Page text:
The future of image-guided radiotherapy will be MR guided

Julianne M. Pollard, Zhifei Wen, Ramaswamy Sadagopan, Jihong Wang, Geoffrey S. Ibbott

Research output: Contribution to journalReview article

26 Citations (Scopus)

Abstract

Advances in image-guided radiotherapy (RT) have allowed for dose escalation and more precise radiation treatment delivery. Each decade brings new imaging technologies to help improve RT patient setup. Currently, the most frequently used method of three-dimensional pre-treatment image verification is performed with cone beam CT. However, more recent developments have provided RT with the ability to have on-board MRI coupled to the teleradiotherapy unit. This latest tool for treating cancer is known as MR-guided RT. Several varieties of these units have been designed and installed in centres across the globe. Their prevalence, history, advantages and disadvantages are discussed in this review article. In preparation for the next generation of image-guided RT, this review also covers where MR-guided RT might be heading in the near future.

Original languageEnglish (US)
Article number20160667
JournalBritish Journal of Radiology
Volume90
Issue number1073
DOIs
StatePublished - Jan 1 2017

Fingerprint

Image-Guided Radiotherapy
Radiotherapy
Cone-Beam Computed Tomography
History
Radiation
Technology
Therapeutics
Neoplasms

ASJC Scopus subject areas

  • Radiology Nuclear Medicine and imaging

Cite this

The future of image-guided radiotherapy will be MR guided. / Pollard, Julianne M.; Wen, Zhifei; Sadagopan, Ramaswamy; Wang, Jihong; Ibbott, Geoffrey S.

In: British Journal of Radiology, Vol. 90, No. 1073, 20160667, 01.01.2017.

Research output: Contribution to journalReview article

@article{54f883367c984acd926cab121ccb3e01,
title = "The future of image-guided radiotherapy will be MR guided",
abstract = "Advances in image-guided radiotherapy (RT) have allowed for dose escalation and more precise radiation treatment delivery. Each decade brings new imaging technologies to help improve RT patient setup. Currently, the most frequently used method of three-dimensional pre-treatment image verification is performed with cone beam CT. However, more recent developments have provided RT with the ability to have on-board MRI coupled to the teleradiotherapy unit. This latest tool for treating cancer is known as MR-guided RT. Several varieties of these units have been designed and installed in centres across the globe. Their prevalence, history, advantages and disadvantages are discussed in this review article. In preparation for the next generation of image-guided RT, this review also covers where MR-guided RT might be heading in the near future.",
author = "Pollard, {Julianne M.} and Zhifei Wen and Ramaswamy Sadagopan and Jihong Wang and Ibbott, {Geoffrey S.}",
year = "2017",
month = "1",
day = "1",
doi = "10.1259/bjr.20160667",
language = "English (US)",
volume = "90",
journal = "British Journal of Radiology",
issn = "0007-1285",
publisher = "British Institute of Radiology",
number = "1073",

}

TY - JOUR

T1 - The future of image-guided radiotherapy will be MR guided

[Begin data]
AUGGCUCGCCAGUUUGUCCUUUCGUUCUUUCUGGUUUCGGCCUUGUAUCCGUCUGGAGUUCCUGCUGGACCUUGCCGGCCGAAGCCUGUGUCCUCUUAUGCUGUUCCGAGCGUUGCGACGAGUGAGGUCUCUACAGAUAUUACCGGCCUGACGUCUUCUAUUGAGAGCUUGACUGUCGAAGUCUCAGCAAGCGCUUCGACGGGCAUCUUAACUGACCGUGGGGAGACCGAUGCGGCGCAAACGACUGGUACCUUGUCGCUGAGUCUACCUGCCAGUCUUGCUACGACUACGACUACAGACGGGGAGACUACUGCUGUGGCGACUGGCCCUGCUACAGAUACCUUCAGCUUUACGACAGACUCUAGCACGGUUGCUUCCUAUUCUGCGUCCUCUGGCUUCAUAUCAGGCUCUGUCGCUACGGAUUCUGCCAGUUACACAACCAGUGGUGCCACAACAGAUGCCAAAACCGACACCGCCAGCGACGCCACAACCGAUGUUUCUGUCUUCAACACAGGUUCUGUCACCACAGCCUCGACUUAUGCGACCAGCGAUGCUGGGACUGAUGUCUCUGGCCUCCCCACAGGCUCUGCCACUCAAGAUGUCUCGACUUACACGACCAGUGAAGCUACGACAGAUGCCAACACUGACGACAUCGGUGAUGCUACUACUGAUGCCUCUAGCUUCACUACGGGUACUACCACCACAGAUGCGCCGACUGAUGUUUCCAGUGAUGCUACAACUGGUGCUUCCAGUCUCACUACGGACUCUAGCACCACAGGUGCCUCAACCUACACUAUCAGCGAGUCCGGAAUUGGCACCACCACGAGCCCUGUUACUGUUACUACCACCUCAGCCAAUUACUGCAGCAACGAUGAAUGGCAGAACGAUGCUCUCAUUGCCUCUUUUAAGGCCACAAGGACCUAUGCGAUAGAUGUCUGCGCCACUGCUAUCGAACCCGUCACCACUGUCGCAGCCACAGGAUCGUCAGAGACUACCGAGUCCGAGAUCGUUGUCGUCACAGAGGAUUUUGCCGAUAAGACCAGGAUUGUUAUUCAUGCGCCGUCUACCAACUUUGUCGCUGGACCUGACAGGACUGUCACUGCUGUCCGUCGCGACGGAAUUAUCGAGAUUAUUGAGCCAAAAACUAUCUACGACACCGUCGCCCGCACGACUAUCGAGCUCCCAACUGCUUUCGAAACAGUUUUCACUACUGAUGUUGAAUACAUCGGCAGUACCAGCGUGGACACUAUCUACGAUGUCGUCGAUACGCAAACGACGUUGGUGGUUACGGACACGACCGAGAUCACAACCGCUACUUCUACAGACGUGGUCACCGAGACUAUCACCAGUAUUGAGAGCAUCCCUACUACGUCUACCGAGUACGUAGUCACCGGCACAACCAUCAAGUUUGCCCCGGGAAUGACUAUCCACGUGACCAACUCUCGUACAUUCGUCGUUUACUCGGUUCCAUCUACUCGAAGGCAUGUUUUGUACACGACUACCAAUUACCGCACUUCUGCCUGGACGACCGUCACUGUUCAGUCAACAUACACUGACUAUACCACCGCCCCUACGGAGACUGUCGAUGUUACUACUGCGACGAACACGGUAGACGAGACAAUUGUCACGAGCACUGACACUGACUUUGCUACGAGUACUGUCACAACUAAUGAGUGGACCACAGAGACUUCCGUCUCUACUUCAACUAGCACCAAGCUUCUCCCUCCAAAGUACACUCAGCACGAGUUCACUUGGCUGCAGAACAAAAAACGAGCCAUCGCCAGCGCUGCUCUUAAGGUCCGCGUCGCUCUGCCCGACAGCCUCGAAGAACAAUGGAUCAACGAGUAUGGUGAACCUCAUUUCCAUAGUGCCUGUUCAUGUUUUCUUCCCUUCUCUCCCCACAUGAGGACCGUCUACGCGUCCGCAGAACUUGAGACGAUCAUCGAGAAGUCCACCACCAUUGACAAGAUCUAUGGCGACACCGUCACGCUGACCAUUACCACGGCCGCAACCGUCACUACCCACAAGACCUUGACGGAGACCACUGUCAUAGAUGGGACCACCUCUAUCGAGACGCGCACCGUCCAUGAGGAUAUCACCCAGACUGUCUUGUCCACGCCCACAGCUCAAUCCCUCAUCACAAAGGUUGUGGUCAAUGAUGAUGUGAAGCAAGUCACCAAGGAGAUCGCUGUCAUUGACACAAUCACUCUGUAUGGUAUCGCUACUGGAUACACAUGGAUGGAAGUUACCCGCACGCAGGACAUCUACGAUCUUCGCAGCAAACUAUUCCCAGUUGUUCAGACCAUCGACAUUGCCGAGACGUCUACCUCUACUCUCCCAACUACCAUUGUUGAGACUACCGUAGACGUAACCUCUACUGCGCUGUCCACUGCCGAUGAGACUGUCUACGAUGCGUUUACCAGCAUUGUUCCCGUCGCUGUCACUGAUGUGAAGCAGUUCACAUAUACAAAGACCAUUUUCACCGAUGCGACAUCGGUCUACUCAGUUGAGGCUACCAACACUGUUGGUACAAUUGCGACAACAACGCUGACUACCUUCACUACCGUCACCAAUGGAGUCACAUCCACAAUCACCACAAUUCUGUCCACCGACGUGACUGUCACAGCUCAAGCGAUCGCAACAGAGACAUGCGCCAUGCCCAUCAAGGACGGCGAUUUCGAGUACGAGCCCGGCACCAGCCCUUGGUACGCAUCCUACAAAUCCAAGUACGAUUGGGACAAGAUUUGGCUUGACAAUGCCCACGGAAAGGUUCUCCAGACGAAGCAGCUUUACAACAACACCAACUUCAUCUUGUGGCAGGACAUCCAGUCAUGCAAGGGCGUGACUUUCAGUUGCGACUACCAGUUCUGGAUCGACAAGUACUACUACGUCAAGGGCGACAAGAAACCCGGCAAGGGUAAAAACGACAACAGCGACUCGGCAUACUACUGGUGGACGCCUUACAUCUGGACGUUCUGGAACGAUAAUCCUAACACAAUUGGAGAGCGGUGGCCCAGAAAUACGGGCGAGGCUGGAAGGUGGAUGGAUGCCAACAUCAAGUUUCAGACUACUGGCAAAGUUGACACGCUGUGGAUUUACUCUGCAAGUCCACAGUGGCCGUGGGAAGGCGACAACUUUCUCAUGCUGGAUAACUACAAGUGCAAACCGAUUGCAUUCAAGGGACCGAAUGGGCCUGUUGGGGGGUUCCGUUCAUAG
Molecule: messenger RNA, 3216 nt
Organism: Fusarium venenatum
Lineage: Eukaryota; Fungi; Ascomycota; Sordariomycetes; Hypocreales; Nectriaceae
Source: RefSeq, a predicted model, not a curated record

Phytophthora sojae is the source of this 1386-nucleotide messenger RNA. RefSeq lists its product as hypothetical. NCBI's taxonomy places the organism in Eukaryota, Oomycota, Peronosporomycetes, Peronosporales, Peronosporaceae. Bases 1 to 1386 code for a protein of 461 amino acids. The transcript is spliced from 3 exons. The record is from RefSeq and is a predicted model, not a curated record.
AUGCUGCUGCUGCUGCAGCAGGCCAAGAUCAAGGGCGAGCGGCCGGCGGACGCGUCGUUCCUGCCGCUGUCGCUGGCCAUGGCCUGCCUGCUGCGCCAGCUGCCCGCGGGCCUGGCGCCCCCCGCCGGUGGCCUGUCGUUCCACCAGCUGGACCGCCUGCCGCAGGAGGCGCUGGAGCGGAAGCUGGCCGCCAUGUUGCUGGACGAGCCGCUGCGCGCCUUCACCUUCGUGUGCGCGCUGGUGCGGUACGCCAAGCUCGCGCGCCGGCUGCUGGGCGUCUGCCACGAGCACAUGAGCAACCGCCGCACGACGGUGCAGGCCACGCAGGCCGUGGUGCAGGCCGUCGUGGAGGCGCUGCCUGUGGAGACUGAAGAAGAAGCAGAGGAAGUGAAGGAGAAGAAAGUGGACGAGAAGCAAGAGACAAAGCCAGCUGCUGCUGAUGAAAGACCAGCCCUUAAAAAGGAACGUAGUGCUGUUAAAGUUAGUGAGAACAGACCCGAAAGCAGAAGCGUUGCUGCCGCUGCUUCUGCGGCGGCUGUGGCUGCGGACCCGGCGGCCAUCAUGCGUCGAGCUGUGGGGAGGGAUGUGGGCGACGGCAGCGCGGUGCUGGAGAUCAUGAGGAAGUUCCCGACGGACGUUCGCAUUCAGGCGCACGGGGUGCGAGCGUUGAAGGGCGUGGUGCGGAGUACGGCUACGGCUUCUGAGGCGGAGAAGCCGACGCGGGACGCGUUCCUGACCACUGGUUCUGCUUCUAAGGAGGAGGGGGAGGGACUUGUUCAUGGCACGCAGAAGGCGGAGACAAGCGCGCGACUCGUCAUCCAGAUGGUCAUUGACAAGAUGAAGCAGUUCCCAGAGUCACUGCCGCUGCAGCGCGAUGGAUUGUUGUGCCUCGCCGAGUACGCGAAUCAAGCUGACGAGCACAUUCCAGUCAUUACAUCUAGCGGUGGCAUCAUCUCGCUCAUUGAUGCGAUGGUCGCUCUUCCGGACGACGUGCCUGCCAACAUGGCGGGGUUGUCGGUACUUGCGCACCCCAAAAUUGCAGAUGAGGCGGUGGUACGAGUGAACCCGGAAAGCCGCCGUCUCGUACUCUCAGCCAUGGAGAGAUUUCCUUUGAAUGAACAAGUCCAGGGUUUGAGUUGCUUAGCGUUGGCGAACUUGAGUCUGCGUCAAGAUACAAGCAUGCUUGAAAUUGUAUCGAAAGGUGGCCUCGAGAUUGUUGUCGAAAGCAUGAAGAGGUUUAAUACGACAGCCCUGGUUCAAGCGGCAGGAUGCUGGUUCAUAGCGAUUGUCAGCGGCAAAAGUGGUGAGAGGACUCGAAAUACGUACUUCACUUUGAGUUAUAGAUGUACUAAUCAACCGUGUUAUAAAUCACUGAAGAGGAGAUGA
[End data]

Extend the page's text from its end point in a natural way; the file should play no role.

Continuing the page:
AU - Pollard, Julianne M.

AU - Wen, Zhifei

AU - Sadagopan, Ramaswamy

AU - Wang, Jihong

AU - Ibbott, Geoffrey S.

PY - 2017/1/1

Y1 - 2017/1/1

N2 - Advances in image-guided radiotherapy (RT) have allowed for dose escalation and more precise radiation treatment delivery. Each decade brings new imaging technologies to help improve RT patient setup. Currently, the most frequently used method of three-dimensional pre-treatment image verification is performed with cone beam CT. However, more recent developments have provided RT with the ability to have on-board MRI coupled to the teleradiotherapy unit. This latest tool for treating cancer is known as MR-guided RT. Several varieties of these units have been designed and installed in centres across the globe. Their prevalence, history, advantages and disadvantages are discussed in this review article. In preparation for the next generation of image-guided RT, this review also covers where MR-guided RT might be heading in the near future.

AB - Advances in image-guided radiotherapy (RT) have allowed for dose escalation and more precise radiation treatment delivery. Each decade brings new imaging technologies to help improve RT patient setup. Currently, the most frequently used method of three-dimensional pre-treatment image verification is performed with cone beam CT. However, more recent developments have provided RT with the ability to have on-board MRI coupled to the teleradiotherapy unit. This latest tool for treating cancer is known as MR-guided RT. Several varieties of these units have been designed and installed in centres across the globe. Their prevalence, history, advantages and disadvantages are discussed in this review article. In preparation for the next generation of image-guided RT, this review also covers where MR-guided RT might be heading in the near future.

UR - http://www.scopus.com/inward/record.url?scp=85019097381&partnerID=8YFLogxK

UR - http://www.scopus.com/inward/citedby.url?scp=85019097381&partnerID=8YFLogxK

U2 - 10.1259/bjr.20160667

DO - 10.1259/bjr.20160667

M3 - Review article

C2 - 28256898

AN - SCOPUS:85019097381

VL - 90

JO - British Journal of Radiology

JF - British Journal of Radiology

SN - 0007-1285

IS - 1073

M1 - 20160667

ER -